Baby, you’re equal


I was recently discussing the issues faced by Canadian women in politics with a friend of mine. Disagreeing with me, he said, “I hate to break it to you baby, but you’re equal now.”

This comment struck me for two reasons. The first was the pure irony of denying sexism while using a sexist nickname. The second – and more important – was the belief that the question of gender equality is closed. 

Have women in our society in fact reached a point where they can claim all the same privileges as men? Do we no longer have to worry about fighting to be respected, taken seriously, and given the same opportunities as our male counterparts? While the women’s rights movement has made vast improvements, I personally don’t think it’s fair to deny that there is still work to be done. 

The fact is women continue to be consistently held to different standards than men. Take, for example, the recent Globe and Mail article by Sylvia Bashekvin critiquing female NDP leadership candidates for having style in lieu of substance or Jane Taber’s article citing Liberal Sheila Copps’ age as her reason for retiring from politics. I would love to give an example from the Conservative Party, but with a less than 17 per cent female caucus, female Conservatives rarely even seem to make the news.

Ask yourself: when was the last time you heard anyone discussing what male politicians were wearing, or saying that 59 was too old for a man to be in politics? Drawing a blank? Me too. Now consider the fact that women earn, on average, 80 per cent of what men do. Consider the discrimination and harassment that still takes place and  many people will attest to. Consider the Government of Canada recently cutting funding to women’s groups and Saskatchewan MP Brad Trost attempting to defund Planned Parenthood. The list goes on and on.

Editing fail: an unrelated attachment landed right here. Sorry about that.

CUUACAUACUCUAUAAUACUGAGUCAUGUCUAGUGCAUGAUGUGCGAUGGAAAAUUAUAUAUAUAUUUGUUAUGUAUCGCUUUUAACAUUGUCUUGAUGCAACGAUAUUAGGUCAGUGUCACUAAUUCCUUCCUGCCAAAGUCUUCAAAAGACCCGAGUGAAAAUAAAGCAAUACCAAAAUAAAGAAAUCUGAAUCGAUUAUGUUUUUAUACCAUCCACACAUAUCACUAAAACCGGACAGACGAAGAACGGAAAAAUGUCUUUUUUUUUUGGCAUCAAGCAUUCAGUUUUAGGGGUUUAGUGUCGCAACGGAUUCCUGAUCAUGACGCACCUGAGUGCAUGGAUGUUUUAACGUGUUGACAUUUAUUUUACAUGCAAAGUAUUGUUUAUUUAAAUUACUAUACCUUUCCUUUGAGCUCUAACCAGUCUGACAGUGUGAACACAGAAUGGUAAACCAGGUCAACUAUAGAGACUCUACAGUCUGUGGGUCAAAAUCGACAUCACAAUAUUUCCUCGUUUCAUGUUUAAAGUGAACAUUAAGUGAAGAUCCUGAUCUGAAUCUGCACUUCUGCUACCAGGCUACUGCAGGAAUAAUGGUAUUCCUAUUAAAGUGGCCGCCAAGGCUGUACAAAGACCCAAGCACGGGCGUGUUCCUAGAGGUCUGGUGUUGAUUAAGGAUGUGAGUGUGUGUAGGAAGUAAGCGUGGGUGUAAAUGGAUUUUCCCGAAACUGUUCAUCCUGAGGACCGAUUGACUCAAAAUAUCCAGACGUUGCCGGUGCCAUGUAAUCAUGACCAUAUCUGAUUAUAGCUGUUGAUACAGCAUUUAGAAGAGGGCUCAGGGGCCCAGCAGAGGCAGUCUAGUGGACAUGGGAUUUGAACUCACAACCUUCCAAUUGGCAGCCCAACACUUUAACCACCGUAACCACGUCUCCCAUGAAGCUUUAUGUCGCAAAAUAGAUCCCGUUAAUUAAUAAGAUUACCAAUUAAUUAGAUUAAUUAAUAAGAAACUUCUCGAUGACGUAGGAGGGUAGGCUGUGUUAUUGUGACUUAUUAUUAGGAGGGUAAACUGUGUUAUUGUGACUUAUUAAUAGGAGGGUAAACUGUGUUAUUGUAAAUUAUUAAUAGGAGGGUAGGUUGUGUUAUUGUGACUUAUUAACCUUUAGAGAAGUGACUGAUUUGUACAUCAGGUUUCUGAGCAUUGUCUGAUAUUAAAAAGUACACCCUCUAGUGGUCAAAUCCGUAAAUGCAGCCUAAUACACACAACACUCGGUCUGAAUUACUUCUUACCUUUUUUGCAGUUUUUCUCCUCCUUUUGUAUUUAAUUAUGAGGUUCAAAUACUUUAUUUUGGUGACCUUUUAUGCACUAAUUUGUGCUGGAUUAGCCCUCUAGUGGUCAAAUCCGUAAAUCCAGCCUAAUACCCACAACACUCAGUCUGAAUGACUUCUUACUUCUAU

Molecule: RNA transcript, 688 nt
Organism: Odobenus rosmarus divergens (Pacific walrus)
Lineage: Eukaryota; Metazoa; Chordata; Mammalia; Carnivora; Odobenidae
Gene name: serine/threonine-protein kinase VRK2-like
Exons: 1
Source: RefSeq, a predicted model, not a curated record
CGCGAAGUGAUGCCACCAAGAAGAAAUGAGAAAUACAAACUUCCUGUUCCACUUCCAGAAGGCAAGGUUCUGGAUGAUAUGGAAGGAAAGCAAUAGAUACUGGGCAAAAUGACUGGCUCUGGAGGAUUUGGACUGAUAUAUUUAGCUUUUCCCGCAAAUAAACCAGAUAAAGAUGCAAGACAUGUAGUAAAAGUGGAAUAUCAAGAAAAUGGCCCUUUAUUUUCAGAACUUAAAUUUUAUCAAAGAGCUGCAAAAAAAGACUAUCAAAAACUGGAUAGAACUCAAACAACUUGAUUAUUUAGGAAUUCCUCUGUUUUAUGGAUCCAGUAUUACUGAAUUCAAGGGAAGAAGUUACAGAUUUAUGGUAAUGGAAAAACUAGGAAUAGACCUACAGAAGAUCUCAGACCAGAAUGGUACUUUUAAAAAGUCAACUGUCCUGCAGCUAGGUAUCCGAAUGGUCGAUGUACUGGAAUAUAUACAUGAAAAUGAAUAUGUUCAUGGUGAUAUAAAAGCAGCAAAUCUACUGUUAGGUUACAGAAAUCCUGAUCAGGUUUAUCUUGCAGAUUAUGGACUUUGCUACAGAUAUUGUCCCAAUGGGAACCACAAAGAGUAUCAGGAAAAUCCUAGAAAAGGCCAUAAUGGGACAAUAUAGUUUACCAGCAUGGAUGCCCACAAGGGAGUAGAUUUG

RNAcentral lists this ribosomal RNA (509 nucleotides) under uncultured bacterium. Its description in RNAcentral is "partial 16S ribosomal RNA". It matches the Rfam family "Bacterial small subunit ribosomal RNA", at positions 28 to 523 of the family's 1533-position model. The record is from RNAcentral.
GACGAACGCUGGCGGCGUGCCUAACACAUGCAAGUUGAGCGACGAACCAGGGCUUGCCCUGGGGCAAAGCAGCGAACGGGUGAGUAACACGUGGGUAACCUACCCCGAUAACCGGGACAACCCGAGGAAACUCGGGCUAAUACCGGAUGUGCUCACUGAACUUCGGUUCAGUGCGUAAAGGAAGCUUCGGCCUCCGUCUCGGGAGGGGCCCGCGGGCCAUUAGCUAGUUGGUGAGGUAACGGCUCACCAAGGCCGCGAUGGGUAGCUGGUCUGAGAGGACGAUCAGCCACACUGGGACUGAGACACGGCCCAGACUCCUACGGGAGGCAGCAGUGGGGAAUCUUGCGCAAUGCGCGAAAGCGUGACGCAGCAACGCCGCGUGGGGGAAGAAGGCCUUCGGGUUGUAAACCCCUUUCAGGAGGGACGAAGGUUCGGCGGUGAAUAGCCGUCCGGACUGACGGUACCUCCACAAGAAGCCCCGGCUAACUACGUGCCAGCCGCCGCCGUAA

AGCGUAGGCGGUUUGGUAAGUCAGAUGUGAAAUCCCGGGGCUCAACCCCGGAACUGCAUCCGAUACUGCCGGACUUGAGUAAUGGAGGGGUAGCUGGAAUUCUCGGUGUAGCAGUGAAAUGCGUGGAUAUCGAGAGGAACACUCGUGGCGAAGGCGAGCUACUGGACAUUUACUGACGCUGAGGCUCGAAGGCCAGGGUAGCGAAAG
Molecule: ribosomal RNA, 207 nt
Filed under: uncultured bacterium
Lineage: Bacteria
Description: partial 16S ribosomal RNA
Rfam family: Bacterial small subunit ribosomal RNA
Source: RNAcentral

Please don’t get the wrong impression. I am in no way saying that women don’t have an important role and a strong voice in our political system, or that the involvement of women in politics isn’t increasing. I’m saying it’s foolish to think that complete equality has been achieved when we are clearly still coming up short in many areas. 

Let me use some simple logic. Men and women are equally talented. Half of the population is female. Therefore, half of politicians should be female. The fact that our current parliament has a record number of female representatives yet women still only make up less than a quarter of MPs speaks volumes to the fact equality has not been achieved.

Until we have equal representation, and until men and women are perceived through the same lens, gender parity must remain a pertinent issue.

And, in the words of Sheila Copps, “I’m nobody’s baby.”

Alexandra Mortenson

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